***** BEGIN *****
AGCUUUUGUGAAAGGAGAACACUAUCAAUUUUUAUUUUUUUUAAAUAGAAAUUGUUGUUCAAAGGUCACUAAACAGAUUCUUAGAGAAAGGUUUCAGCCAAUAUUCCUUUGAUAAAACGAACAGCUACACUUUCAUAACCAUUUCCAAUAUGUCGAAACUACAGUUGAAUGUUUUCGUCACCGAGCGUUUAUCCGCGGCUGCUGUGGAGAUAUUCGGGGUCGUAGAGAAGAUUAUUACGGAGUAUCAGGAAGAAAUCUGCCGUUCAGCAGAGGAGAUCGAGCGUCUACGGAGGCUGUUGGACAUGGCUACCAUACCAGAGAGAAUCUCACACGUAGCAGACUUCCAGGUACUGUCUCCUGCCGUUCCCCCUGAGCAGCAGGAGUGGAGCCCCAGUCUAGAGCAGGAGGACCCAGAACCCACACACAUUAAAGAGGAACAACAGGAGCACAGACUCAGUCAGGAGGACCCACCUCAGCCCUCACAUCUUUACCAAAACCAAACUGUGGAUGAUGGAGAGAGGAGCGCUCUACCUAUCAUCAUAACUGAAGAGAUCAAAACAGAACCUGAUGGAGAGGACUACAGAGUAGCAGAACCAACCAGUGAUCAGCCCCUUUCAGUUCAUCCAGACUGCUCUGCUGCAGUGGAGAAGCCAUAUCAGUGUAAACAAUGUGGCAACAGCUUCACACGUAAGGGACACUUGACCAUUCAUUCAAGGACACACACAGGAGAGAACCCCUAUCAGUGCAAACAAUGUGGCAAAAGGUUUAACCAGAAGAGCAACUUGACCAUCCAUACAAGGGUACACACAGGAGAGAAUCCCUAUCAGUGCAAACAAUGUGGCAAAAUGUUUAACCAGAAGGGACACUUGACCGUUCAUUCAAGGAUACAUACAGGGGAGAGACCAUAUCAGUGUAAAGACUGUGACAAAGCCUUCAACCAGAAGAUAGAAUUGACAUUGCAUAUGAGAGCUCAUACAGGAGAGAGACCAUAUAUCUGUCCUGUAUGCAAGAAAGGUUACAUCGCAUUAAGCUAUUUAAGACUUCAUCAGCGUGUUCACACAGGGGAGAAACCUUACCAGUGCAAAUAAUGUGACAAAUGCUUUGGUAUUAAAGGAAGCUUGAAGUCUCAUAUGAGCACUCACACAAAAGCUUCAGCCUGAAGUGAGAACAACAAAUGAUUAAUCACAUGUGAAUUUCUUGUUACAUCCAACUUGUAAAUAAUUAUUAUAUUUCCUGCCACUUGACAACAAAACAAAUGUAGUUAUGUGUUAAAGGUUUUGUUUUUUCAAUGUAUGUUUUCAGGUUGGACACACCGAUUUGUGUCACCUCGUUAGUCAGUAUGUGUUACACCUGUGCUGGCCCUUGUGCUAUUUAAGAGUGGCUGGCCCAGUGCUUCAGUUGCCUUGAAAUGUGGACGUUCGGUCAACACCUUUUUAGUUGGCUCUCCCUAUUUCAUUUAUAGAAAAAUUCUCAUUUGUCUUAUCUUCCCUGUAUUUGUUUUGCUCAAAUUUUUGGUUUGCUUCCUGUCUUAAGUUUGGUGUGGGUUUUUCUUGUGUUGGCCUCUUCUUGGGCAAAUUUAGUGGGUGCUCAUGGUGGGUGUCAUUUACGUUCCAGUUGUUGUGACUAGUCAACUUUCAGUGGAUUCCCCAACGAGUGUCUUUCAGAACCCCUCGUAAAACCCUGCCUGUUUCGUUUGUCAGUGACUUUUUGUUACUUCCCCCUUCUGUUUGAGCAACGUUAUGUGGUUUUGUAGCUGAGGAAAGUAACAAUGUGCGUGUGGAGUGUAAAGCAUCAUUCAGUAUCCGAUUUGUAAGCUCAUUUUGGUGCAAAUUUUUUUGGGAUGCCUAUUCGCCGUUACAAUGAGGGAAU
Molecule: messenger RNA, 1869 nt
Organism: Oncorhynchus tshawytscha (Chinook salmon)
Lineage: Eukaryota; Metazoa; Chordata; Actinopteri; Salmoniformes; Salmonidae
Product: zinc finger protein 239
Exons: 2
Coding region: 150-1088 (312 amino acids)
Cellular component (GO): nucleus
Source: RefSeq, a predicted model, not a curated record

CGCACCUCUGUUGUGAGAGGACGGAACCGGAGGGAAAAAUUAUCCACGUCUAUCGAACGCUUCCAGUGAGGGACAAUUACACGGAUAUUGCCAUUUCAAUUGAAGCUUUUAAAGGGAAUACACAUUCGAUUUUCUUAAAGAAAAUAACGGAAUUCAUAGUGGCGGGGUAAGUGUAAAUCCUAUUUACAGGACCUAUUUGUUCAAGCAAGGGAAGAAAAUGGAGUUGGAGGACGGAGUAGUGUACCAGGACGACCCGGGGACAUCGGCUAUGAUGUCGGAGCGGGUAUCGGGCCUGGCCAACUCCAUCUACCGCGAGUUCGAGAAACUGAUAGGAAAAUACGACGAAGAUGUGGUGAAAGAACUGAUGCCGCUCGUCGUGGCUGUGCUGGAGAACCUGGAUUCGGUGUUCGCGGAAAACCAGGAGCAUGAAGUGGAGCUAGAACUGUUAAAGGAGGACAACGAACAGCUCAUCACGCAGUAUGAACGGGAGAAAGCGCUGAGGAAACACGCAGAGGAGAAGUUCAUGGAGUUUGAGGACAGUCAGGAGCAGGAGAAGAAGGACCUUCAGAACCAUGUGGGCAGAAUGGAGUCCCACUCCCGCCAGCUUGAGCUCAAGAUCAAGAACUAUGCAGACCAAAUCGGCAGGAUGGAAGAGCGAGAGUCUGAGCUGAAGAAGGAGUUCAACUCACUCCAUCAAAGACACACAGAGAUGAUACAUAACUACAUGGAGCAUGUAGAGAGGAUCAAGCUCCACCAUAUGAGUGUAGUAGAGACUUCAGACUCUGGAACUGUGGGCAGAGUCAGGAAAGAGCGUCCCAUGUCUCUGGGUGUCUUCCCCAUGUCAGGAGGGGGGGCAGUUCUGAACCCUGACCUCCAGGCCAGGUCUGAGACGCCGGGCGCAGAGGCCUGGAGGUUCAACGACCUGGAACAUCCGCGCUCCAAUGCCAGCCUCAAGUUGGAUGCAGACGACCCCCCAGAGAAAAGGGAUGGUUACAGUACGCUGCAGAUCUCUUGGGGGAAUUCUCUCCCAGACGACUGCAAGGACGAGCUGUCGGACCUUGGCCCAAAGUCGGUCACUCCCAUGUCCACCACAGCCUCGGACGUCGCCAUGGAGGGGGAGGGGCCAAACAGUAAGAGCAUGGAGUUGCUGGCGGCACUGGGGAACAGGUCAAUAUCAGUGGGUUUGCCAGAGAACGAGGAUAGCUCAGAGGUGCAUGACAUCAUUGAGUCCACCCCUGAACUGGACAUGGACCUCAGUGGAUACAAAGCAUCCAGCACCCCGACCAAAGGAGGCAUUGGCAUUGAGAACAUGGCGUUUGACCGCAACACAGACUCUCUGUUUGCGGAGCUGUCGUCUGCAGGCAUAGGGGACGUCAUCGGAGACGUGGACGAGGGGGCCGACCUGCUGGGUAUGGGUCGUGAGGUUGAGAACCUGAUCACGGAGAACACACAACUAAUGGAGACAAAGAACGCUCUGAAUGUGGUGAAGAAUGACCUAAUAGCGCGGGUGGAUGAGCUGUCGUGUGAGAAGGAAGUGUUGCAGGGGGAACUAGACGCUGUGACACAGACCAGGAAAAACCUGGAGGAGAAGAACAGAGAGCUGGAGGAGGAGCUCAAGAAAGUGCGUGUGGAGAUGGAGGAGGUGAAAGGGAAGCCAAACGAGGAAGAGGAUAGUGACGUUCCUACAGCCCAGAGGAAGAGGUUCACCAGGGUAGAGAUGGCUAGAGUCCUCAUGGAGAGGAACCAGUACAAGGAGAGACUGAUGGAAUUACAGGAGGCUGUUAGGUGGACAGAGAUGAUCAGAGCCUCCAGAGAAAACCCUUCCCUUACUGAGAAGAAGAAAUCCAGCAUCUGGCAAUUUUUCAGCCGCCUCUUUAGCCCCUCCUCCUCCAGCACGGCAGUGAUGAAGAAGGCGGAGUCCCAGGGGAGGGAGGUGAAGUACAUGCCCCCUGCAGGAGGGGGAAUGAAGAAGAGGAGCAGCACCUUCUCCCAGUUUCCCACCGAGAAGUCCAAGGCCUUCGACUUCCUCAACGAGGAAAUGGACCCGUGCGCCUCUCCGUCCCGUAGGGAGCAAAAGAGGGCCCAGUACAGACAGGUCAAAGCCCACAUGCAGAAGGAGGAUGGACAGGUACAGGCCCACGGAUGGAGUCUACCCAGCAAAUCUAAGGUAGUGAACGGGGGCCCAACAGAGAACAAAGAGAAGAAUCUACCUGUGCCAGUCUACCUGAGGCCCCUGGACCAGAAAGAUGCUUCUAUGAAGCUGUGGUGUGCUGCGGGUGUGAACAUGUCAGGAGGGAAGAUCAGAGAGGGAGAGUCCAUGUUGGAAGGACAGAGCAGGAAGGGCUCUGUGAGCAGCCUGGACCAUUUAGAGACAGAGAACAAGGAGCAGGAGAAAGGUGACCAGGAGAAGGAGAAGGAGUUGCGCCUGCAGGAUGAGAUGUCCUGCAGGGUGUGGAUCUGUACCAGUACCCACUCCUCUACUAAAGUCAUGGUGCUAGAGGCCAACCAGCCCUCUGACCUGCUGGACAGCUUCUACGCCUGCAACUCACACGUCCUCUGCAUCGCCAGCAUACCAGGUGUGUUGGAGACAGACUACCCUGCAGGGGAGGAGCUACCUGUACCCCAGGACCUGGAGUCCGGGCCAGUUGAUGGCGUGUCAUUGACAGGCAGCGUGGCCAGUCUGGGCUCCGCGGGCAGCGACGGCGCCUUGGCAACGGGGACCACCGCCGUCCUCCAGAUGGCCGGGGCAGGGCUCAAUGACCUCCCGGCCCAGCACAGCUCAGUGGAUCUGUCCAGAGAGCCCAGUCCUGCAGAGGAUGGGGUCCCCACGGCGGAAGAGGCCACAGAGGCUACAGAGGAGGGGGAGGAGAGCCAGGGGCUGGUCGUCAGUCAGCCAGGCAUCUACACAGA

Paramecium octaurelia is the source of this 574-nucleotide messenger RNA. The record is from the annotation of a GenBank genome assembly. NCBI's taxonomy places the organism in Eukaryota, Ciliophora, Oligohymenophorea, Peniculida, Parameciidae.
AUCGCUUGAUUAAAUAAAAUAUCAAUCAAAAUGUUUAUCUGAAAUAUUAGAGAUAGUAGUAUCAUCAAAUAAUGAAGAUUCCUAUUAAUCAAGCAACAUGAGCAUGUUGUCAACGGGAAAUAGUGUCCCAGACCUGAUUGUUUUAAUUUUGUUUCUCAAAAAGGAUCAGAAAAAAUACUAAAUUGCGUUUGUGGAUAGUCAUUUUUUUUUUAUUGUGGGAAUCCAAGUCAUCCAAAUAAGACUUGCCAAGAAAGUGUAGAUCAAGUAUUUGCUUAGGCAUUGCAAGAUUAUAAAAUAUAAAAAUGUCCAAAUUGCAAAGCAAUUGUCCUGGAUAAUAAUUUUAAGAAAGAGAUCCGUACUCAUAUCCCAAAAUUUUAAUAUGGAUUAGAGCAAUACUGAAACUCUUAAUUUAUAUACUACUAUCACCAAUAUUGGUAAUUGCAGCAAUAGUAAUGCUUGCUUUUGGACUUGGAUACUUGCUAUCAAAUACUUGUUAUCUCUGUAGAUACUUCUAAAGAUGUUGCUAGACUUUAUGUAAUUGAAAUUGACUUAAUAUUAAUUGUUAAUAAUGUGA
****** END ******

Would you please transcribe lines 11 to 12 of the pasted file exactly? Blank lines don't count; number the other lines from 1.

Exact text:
Paramecium octaurelia is the source of this 574-nucleotide messenger RNA. The record is from the annotation of a GenBank genome assembly. NCBI's taxonomy places the organism in Eukaryota, Ciliophora, Oligohymenophorea, Peniculida, Parameciidae.
AUCGCUUGAUUAAAUAAAAUAUCAAUCAAAAUGUUUAUCUGAAAUAUUAGAGAUAGUAGUAUCAUCAAAUAAUGAAGAUUCCUAUUAAUCAAGCAACAUGAGCAUGUUGUCAACGGGAAAUAGUGUCCCAGACCUGAUUGUUUUAAUUUUGUUUCUCAAAAAGGAUCAGAAAAAAUACUAAAUUGCGUUUGUGGAUAGUCAUUUUUUUUUUAUUGUGGGAAUCCAAGUCAUCCAAAUAAGACUUGCCAAGAAAGUGUAGAUCAAGUAUUUGCUUAGGCAUUGCAAGAUUAUAAAAUAUAAAAAUGUCCAAAUUGCAAAGCAAUUGUCCUGGAUAAUAAUUUUAAGAAAGAGAUCCGUACUCAUAUCCCAAAAUUUUAAUAUGGAUUAGAGCAAUACUGAAACUCUUAAUUUAUAUACUACUAUCACCAAUAUUGGUAAUUGCAGCAAUAGUAAUGCUUGCUUUUGGACUUGGAUACUUGCUAUCAAAUACUUGUUAUCUCUGUAGAUACUUCUAAAGAUGUUGCUAGACUUUAUGUAAUUGAAAUUGACUUAAUAUUAAUUGUUAAUAAUGUGA